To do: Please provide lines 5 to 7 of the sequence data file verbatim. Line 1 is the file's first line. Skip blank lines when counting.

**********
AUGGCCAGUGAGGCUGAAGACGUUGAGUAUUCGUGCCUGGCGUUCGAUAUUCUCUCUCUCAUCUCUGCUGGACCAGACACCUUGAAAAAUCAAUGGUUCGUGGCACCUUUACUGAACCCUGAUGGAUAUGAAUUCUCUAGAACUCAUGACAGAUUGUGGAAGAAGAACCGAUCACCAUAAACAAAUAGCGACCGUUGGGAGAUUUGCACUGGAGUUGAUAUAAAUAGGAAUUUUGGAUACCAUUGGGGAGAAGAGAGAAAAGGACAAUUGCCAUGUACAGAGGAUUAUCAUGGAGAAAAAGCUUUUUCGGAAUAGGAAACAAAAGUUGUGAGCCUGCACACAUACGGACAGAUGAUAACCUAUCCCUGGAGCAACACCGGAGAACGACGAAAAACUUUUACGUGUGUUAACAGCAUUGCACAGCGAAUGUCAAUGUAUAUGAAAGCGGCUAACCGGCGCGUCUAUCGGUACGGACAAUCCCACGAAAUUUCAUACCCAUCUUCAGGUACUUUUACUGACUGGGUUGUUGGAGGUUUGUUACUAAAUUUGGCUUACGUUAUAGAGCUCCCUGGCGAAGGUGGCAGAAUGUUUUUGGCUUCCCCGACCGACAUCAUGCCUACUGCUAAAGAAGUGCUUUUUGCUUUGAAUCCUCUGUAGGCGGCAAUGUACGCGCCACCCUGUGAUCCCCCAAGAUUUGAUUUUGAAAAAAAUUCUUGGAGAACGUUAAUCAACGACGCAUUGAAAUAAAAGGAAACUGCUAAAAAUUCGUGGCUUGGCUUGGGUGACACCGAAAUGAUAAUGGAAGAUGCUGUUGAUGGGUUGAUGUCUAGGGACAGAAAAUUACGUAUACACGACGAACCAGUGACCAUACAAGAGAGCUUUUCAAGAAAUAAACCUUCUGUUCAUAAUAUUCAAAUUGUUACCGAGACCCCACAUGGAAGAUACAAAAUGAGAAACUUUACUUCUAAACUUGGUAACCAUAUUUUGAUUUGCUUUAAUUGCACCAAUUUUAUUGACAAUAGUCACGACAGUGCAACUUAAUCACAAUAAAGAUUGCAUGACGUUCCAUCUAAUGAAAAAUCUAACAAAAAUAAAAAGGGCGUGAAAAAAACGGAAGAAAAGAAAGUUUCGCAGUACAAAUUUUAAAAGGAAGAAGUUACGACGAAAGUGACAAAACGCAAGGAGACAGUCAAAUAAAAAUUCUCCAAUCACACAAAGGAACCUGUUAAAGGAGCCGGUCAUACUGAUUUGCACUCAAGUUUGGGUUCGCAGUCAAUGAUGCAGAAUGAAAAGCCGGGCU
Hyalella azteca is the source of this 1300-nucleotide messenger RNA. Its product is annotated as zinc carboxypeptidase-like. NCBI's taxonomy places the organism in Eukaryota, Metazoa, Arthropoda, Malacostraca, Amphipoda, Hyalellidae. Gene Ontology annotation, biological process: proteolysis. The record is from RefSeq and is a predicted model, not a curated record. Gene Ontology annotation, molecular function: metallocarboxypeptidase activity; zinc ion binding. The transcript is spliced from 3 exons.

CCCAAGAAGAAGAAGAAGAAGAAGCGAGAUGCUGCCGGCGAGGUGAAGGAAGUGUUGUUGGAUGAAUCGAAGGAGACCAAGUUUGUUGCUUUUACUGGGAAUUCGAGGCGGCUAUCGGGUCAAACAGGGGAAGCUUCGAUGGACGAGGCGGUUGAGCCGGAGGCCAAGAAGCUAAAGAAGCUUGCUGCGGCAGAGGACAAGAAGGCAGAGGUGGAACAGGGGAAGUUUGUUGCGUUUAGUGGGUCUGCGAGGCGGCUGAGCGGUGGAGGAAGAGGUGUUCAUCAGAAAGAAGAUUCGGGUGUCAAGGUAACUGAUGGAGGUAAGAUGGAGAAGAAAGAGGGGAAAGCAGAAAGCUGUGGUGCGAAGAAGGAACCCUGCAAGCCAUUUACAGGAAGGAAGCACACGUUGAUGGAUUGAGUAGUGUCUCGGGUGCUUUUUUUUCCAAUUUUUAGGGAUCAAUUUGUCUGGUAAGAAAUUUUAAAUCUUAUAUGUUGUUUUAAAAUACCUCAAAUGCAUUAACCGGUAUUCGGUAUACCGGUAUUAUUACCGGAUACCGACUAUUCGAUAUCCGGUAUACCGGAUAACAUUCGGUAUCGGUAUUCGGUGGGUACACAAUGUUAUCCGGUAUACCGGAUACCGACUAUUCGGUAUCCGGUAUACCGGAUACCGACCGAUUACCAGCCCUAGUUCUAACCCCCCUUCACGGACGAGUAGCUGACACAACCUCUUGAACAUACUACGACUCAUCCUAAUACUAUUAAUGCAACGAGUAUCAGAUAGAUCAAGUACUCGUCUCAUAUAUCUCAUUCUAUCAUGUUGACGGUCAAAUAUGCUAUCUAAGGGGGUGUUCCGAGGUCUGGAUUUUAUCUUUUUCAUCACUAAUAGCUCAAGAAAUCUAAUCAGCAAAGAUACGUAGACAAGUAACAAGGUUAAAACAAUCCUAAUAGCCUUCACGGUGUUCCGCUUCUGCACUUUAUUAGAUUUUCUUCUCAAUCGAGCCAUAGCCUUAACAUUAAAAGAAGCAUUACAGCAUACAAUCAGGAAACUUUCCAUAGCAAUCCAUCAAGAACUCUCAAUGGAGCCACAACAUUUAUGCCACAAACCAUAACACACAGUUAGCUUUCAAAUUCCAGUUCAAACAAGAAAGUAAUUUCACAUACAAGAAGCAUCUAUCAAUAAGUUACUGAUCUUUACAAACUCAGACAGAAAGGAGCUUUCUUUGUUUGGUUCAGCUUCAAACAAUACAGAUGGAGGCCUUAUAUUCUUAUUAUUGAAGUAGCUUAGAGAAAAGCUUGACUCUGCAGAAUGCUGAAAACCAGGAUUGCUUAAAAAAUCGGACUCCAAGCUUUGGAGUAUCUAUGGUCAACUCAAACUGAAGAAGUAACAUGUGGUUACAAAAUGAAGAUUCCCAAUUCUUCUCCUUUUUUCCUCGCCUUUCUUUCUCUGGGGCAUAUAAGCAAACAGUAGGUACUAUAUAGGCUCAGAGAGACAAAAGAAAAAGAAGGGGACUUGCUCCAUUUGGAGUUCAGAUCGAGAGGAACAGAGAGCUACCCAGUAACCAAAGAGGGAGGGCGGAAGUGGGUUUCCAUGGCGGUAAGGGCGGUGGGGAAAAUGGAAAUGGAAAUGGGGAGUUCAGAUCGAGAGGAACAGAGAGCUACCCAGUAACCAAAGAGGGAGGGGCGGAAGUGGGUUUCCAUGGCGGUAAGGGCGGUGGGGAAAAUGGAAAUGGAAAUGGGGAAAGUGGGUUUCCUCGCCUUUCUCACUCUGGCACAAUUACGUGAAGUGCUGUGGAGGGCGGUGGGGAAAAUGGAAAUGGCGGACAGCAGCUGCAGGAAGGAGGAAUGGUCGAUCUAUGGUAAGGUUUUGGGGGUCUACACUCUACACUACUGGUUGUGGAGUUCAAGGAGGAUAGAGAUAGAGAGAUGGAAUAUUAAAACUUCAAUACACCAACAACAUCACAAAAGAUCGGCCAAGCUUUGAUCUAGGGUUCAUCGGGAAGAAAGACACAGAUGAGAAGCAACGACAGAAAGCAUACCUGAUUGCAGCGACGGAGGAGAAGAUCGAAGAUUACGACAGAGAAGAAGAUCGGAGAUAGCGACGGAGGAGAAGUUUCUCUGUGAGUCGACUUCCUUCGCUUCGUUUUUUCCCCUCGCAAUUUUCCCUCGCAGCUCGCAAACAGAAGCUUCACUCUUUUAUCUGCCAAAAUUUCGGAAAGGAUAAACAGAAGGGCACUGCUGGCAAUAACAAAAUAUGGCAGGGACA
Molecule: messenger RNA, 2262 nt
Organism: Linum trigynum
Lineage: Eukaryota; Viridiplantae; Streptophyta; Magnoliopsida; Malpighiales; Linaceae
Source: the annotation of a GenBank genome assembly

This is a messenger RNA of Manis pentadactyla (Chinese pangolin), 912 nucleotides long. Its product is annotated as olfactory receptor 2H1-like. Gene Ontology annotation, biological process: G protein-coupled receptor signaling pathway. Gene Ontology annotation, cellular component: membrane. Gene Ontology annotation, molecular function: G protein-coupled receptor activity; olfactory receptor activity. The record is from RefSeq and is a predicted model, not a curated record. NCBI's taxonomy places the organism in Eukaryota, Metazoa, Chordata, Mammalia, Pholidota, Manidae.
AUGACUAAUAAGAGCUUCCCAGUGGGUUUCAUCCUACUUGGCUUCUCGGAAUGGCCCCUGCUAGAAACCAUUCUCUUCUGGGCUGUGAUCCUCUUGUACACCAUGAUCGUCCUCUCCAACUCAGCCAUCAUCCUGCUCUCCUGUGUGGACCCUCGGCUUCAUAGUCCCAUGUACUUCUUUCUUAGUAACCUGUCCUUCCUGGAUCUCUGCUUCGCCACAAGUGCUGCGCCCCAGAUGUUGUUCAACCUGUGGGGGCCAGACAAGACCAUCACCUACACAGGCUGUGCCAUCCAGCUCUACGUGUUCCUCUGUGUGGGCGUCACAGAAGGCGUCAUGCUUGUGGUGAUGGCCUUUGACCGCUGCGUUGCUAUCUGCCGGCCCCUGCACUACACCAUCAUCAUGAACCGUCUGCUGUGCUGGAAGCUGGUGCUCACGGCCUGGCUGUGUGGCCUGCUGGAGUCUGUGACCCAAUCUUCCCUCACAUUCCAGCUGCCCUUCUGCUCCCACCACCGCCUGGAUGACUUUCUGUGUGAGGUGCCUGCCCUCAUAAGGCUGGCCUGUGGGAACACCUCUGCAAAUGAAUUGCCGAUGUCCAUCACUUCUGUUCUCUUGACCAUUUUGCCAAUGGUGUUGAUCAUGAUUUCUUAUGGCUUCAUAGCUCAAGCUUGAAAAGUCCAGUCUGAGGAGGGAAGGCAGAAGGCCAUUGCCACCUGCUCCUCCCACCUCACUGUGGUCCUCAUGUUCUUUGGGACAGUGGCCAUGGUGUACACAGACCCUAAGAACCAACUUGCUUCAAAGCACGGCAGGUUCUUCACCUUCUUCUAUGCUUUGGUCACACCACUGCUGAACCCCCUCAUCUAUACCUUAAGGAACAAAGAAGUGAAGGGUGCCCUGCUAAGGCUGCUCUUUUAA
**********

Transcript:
Organism: Linum trigynum
Lineage: Eukaryota; Viridiplantae; Streptophyta; Magnoliopsida; Malpighiales; Linaceae
Source: the annotation of a GenBank genome assembly